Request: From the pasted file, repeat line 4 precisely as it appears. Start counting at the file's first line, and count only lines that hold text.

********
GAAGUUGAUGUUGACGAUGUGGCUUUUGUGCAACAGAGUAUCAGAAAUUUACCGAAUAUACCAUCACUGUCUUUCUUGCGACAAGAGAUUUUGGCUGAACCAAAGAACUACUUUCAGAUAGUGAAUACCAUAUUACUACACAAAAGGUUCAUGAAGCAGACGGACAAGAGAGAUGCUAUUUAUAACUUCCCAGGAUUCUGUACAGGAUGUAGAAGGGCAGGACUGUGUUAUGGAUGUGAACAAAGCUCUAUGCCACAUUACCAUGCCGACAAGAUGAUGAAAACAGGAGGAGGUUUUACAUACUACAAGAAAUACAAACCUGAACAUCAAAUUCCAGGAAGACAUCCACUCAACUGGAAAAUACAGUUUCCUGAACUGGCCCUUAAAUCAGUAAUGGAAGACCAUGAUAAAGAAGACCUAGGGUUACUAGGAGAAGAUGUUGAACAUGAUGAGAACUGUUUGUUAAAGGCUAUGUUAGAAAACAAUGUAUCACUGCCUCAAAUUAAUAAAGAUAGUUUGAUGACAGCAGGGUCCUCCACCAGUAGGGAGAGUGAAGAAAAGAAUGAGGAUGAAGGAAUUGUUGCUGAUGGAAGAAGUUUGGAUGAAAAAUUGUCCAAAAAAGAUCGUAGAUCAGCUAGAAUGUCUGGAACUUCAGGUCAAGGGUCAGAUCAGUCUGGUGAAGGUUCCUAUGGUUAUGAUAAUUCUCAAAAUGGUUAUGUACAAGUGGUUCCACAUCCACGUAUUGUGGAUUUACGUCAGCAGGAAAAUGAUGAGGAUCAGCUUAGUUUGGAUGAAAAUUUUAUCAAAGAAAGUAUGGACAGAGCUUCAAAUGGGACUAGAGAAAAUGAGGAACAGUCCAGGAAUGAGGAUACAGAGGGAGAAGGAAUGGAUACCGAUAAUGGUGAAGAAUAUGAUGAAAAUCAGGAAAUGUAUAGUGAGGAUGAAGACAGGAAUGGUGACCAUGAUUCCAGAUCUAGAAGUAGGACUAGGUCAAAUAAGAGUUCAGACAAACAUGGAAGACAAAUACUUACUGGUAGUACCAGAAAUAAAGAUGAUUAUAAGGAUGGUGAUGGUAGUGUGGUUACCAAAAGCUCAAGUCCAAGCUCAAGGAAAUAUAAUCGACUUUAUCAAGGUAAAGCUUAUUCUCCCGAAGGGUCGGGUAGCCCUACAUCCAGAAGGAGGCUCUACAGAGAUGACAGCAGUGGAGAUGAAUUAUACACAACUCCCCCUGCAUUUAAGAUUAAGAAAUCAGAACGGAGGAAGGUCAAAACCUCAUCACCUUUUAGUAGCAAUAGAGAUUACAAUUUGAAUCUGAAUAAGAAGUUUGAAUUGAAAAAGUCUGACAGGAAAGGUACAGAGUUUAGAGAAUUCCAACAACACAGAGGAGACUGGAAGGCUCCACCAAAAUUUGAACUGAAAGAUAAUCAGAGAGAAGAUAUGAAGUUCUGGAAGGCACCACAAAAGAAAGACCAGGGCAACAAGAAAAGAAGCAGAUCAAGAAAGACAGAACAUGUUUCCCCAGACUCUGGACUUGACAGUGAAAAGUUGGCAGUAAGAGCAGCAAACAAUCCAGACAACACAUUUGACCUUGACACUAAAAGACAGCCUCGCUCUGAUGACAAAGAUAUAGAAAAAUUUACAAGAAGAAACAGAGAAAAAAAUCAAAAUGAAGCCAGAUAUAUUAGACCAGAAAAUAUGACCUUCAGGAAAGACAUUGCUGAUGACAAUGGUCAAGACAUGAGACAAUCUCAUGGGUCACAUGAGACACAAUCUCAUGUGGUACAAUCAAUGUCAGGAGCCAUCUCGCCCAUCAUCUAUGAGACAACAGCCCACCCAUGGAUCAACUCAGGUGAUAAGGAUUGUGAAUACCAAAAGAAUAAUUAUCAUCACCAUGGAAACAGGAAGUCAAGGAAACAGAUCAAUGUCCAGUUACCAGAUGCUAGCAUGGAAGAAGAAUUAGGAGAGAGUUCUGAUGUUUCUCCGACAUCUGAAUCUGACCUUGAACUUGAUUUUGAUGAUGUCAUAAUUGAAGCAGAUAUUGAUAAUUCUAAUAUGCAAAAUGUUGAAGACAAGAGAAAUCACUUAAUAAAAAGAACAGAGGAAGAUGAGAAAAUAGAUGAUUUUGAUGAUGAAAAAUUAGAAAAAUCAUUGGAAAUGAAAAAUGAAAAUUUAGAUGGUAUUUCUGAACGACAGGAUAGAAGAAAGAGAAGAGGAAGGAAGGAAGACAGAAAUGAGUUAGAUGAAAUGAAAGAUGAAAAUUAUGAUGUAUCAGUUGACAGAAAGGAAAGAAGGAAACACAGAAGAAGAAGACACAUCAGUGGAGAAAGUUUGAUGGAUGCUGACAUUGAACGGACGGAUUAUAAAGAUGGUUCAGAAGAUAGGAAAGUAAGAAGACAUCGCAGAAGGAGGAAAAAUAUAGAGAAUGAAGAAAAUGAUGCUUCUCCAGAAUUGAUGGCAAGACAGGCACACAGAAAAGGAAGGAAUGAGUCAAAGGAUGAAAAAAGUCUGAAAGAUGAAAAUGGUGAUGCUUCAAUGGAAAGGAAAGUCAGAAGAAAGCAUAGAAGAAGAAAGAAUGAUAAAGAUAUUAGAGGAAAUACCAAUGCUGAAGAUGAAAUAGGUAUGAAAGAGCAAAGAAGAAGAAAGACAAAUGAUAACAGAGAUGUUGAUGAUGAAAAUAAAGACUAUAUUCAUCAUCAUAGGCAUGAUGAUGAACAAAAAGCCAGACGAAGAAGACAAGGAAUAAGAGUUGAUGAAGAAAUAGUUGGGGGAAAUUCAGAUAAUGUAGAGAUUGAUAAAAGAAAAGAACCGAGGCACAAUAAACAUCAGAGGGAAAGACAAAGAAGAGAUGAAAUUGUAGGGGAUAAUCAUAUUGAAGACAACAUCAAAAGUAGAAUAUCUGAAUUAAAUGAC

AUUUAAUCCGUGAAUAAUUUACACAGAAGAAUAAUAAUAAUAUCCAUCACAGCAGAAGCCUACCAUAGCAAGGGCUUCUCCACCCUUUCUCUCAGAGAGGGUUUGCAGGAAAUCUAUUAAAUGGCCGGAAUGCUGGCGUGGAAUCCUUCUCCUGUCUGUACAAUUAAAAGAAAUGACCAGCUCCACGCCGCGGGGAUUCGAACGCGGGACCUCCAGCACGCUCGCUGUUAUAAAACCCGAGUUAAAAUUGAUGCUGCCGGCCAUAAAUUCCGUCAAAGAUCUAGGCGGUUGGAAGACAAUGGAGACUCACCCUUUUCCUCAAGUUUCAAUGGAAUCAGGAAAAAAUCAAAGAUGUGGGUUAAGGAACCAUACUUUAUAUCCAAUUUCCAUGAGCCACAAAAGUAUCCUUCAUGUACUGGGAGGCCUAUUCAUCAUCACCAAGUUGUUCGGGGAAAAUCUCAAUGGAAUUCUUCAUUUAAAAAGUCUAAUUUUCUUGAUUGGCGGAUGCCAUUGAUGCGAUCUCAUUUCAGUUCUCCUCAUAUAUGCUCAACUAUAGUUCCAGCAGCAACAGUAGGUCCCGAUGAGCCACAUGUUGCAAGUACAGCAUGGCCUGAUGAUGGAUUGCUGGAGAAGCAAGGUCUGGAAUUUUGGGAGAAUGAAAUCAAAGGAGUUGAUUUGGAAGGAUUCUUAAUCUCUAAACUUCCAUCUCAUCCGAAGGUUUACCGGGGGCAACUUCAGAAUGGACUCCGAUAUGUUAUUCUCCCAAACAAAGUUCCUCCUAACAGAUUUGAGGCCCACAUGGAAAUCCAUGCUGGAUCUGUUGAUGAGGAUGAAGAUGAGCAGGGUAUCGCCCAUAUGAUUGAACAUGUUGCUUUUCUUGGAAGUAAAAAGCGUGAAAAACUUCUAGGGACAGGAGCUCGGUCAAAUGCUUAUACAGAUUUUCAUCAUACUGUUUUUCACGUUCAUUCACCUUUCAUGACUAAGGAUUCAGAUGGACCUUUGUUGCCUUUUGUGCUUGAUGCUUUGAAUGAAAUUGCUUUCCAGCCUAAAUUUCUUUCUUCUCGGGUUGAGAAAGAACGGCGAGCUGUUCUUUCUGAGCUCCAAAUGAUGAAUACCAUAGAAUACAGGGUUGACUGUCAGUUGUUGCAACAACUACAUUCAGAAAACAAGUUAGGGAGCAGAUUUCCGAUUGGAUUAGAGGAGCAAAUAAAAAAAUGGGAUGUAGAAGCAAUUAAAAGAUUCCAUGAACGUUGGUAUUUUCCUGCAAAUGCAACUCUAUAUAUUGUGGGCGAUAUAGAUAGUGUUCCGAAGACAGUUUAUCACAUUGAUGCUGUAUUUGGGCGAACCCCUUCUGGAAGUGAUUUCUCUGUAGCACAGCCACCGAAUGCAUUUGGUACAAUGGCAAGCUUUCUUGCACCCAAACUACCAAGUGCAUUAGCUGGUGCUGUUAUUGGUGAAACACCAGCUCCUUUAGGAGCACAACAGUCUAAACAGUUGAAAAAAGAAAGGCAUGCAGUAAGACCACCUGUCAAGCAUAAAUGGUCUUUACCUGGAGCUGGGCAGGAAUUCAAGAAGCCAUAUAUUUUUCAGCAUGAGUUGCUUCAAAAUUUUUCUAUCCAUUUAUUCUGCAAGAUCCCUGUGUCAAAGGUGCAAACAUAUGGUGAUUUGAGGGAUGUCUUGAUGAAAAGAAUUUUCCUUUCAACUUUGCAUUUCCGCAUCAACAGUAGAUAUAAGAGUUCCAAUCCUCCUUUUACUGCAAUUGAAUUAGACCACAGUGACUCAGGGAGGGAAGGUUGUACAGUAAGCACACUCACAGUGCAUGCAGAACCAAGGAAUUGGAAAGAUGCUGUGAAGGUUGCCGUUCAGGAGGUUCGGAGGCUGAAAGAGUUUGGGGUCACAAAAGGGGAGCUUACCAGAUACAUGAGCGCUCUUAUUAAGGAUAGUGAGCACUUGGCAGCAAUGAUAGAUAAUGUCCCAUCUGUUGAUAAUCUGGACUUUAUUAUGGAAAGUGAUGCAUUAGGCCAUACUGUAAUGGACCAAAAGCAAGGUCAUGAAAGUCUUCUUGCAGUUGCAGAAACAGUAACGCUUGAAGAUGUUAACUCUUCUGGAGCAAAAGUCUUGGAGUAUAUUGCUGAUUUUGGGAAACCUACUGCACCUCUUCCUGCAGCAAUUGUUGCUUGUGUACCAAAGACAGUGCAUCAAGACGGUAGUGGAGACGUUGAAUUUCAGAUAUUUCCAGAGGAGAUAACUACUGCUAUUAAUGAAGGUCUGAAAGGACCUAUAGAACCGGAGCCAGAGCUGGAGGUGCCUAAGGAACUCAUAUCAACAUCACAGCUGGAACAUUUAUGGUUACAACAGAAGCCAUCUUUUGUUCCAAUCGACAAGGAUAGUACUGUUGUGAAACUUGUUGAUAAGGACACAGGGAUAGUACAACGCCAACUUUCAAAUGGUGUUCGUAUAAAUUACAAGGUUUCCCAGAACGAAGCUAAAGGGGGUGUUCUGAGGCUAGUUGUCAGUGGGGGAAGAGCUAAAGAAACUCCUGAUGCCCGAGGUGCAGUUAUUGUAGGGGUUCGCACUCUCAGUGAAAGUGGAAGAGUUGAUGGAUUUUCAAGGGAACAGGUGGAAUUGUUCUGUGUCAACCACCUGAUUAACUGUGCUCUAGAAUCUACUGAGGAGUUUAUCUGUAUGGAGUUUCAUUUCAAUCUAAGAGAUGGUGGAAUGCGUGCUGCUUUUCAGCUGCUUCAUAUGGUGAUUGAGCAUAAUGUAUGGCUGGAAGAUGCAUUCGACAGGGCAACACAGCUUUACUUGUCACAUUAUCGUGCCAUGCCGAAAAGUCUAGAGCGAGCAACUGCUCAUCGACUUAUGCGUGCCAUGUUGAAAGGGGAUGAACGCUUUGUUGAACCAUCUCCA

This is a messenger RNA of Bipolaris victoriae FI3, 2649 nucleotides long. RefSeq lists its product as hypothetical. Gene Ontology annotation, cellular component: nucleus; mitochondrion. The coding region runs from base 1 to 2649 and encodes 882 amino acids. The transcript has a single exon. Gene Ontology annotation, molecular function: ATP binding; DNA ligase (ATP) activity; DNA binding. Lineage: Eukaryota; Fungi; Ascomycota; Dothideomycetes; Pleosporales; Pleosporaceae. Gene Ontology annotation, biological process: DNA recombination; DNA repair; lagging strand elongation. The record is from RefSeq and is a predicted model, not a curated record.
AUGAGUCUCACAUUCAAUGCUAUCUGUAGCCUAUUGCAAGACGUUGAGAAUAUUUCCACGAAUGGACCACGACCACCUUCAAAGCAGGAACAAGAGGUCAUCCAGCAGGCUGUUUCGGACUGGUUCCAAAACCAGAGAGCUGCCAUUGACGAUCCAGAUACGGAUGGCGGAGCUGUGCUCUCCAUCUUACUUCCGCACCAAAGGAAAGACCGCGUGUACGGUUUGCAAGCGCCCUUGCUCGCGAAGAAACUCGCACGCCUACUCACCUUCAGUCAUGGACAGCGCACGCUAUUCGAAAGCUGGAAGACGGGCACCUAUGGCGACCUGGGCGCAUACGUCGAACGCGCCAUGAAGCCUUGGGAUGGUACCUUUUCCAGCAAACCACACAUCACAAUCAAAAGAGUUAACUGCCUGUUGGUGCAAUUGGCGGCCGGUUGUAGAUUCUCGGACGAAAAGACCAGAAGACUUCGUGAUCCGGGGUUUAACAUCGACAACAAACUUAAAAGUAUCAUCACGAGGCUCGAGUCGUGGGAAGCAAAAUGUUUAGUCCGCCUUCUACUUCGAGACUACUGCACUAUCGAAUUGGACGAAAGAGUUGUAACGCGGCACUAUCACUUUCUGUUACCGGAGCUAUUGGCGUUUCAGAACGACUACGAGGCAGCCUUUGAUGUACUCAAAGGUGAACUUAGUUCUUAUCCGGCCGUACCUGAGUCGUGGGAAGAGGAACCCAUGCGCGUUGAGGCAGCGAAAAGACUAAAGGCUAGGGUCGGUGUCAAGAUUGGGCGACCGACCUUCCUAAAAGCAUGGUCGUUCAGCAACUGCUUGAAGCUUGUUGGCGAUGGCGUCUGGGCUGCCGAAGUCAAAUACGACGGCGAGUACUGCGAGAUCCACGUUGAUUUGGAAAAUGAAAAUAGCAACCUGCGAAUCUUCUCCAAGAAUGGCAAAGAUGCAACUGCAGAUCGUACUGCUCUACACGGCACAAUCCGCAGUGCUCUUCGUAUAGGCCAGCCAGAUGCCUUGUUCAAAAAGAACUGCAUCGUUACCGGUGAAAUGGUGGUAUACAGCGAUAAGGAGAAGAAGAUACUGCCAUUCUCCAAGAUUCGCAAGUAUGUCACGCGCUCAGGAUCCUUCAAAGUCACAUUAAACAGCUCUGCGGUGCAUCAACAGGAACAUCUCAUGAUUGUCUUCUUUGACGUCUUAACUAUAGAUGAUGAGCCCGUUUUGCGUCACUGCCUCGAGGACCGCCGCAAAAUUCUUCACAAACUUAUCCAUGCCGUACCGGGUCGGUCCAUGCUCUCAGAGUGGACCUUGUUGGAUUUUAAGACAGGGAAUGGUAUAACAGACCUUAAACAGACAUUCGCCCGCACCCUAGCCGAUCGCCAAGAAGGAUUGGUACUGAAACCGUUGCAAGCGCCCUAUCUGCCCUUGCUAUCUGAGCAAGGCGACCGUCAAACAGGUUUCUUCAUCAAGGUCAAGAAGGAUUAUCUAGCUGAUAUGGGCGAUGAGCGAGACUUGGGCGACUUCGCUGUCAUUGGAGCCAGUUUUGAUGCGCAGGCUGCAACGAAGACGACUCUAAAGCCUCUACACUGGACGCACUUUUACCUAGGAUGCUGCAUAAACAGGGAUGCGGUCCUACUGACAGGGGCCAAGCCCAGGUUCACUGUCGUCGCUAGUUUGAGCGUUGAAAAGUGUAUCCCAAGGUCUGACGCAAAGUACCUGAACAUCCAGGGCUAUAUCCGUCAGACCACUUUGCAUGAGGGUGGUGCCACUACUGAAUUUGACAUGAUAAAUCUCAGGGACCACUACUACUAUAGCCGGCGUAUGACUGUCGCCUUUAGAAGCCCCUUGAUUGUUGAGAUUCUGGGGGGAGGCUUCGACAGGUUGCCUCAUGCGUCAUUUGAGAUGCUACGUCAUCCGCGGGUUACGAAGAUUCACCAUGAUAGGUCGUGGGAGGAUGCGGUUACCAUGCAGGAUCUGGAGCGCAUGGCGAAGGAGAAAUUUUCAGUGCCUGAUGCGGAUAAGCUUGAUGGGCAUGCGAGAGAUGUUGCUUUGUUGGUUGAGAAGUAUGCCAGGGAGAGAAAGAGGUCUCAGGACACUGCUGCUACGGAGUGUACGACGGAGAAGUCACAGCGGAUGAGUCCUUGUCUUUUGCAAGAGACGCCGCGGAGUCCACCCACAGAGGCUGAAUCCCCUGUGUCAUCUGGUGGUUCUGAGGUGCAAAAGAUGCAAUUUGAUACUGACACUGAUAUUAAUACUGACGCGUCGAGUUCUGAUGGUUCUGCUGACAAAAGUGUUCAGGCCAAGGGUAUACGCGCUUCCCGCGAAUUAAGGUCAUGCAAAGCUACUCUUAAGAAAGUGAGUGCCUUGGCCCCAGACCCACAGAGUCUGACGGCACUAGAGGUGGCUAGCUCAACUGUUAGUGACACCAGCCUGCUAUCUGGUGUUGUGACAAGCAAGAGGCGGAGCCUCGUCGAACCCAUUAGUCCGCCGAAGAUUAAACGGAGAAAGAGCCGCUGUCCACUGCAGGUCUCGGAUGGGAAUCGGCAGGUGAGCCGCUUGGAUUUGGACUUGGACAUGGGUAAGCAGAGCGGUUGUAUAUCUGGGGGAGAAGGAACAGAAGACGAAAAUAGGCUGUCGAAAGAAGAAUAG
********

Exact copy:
AUGAGUCUCACAUUCAAUGCUAUCUGUAGCCUAUUGCAAGACGUUGAGAAUAUUUCCACGAAUGGACCACGACCACCUUCAAAGCAGGAACAAGAGGUCAUCCAGCAGGCUGUUUCGGACUGGUUCCAAAACCAGAGAGCUGCCAUUGACGAUCCAGAUACGGAUGGCGGAGCUGUGCUCUCCAUCUUACUUCCGCACCAAAGGAAAGACCGCGUGUACGGUUUGCAAGCGCCCUUGCUCGCGAAGAAACUCGCACGCCUACUCACCUUCAGUCAUGGACAGCGCACGCUAUUCGAAAGCUGGAAGACGGGCACCUAUGGCGACCUGGGCGCAUACGUCGAACGCGCCAUGAAGCCUUGGGAUGGUACCUUUUCCAGCAAACCACACAUCACAAUCAAAAGAGUUAACUGCCUGUUGGUGCAAUUGGCGGCCGGUUGUAGAUUCUCGGACGAAAAGACCAGAAGACUUCGUGAUCCGGGGUUUAACAUCGACAACAAACUUAAAAGUAUCAUCACGAGGCUCGAGUCGUGGGAAGCAAAAUGUUUAGUCCGCCUUCUACUUCGAGACUACUGCACUAUCGAAUUGGACGAAAGAGUUGUAACGCGGCACUAUCACUUUCUGUUACCGGAGCUAUUGGCGUUUCAGAACGACUACGAGGCAGCCUUUGAUGUACUCAAAGGUGAACUUAGUUCUUAUCCGGCCGUACCUGAGUCGUGGGAAGAGGAACCCAUGCGCGUUGAGGCAGCGAAAAGACUAAAGGCUAGGGUCGGUGUCAAGAUUGGGCGACCGACCUUCCUAAAAGCAUGGUCGUUCAGCAACUGCUUGAAGCUUGUUGGCGAUGGCGUCUGGGCUGCCGAAGUCAAAUACGACGGCGAGUACUGCGAGAUCCACGUUGAUUUGGAAAAUGAAAAUAGCAACCUGCGAAUCUUCUCCAAGAAUGGCAAAGAUGCAACUGCAGAUCGUACUGCUCUACACGGCACAAUCCGCAGUGCUCUUCGUAUAGGCCAGCCAGAUGCCUUGUUCAAAAAGAACUGCAUCGUUACCGGUGAAAUGGUGGUAUACAGCGAUAAGGAGAAGAAGAUACUGCCAUUCUCCAAGAUUCGCAAGUAUGUCACGCGCUCAGGAUCCUUCAAAGUCACAUUAAACAGCUCUGCGGUGCAUCAACAGGAACAUCUCAUGAUUGUCUUCUUUGACGUCUUAACUAUAGAUGAUGAGCCCGUUUUGCGUCACUGCCUCGAGGACCGCCGCAAAAUUCUUCACAAACUUAUCCAUGCCGUACCGGGUCGGUCCAUGCUCUCAGAGUGGACCUUGUUGGAUUUUAAGACAGGGAAUGGUAUAACAGACCUUAAACAGACAUUCGCCCGCACCCUAGCCGAUCGCCAAGAAGGAUUGGUACUGAAACCGUUGCAAGCGCCCUAUCUGCCCUUGCUAUCUGAGCAAGGCGACCGUCAAACAGGUUUCUUCAUCAAGGUCAAGAAGGAUUAUCUAGCUGAUAUGGGCGAUGAGCGAGACUUGGGCGACUUCGCUGUCAUUGGAGCCAGUUUUGAUGCGCAGGCUGCAACGAAGACGACUCUAAAGCCUCUACACUGGACGCACUUUUACCUAGGAUGCUGCAUAAACAGGGAUGCGGUCCUACUGACAGGGGCCAAGCCCAGGUUCACUGUCGUCGCUAGUUUGAGCGUUGAAAAGUGUAUCCCAAGGUCUGACGCAAAGUACCUGAACAUCCAGGGCUAUAUCCGUCAGACCACUUUGCAUGAGGGUGGUGCCACUACUGAAUUUGACAUGAUAAAUCUCAGGGACCACUACUACUAUAGCCGGCGUAUGACUGUCGCCUUUAGAAGCCCCUUGAUUGUUGAGAUUCUGGGGGGAGGCUUCGACAGGUUGCCUCAUGCGUCAUUUGAGAUGCUACGUCAUCCGCGGGUUACGAAGAUUCACCAUGAUAGGUCGUGGGAGGAUGCGGUUACCAUGCAGGAUCUGGAGCGCAUGGCGAAGGAGAAAUUUUCAGUGCCUGAUGCGGAUAAGCUUGAUGGGCAUGCGAGAGAUGUUGCUUUGUUGGUUGAGAAGUAUGCCAGGGAGAGAAAGAGGUCUCAGGACACUGCUGCUACGGAGUGUACGACGGAGAAGUCACAGCGGAUGAGUCCUUGUCUUUUGCAAGAGACGCCGCGGAGUCCACCCACAGAGGCUGAAUCCCCUGUGUCAUCUGGUGGUUCUGAGGUGCAAAAGAUGCAAUUUGAUACUGACACUGAUAUUAAUACUGACGCGUCGAGUUCUGAUGGUUCUGCUGACAAAAGUGUUCAGGCCAAGGGUAUACGCGCUUCCCGCGAAUUAAGGUCAUGCAAAGCUACUCUUAAGAAAGUGAGUGCCUUGGCCCCAGACCCACAGAGUCUGACGGCACUAGAGGUGGCUAGCUCAACUGUUAGUGACACCAGCCUGCUAUCUGGUGUUGUGACAAGCAAGAGGCGGAGCCUCGUCGAACCCAUUAGUCCGCCGAAGAUUAAACGGAGAAAGAGCCGCUGUCCACUGCAGGUCUCGGAUGGGAAUCGGCAGGUGAGCCGCUUGGAUUUGGACUUGGACAUGGGUAAGCAGAGCGGUUGUAUAUCUGGGGGAGAAGGAACAGAAGACGAAAAUAGGCUGUCGAAAGAAGAAUAG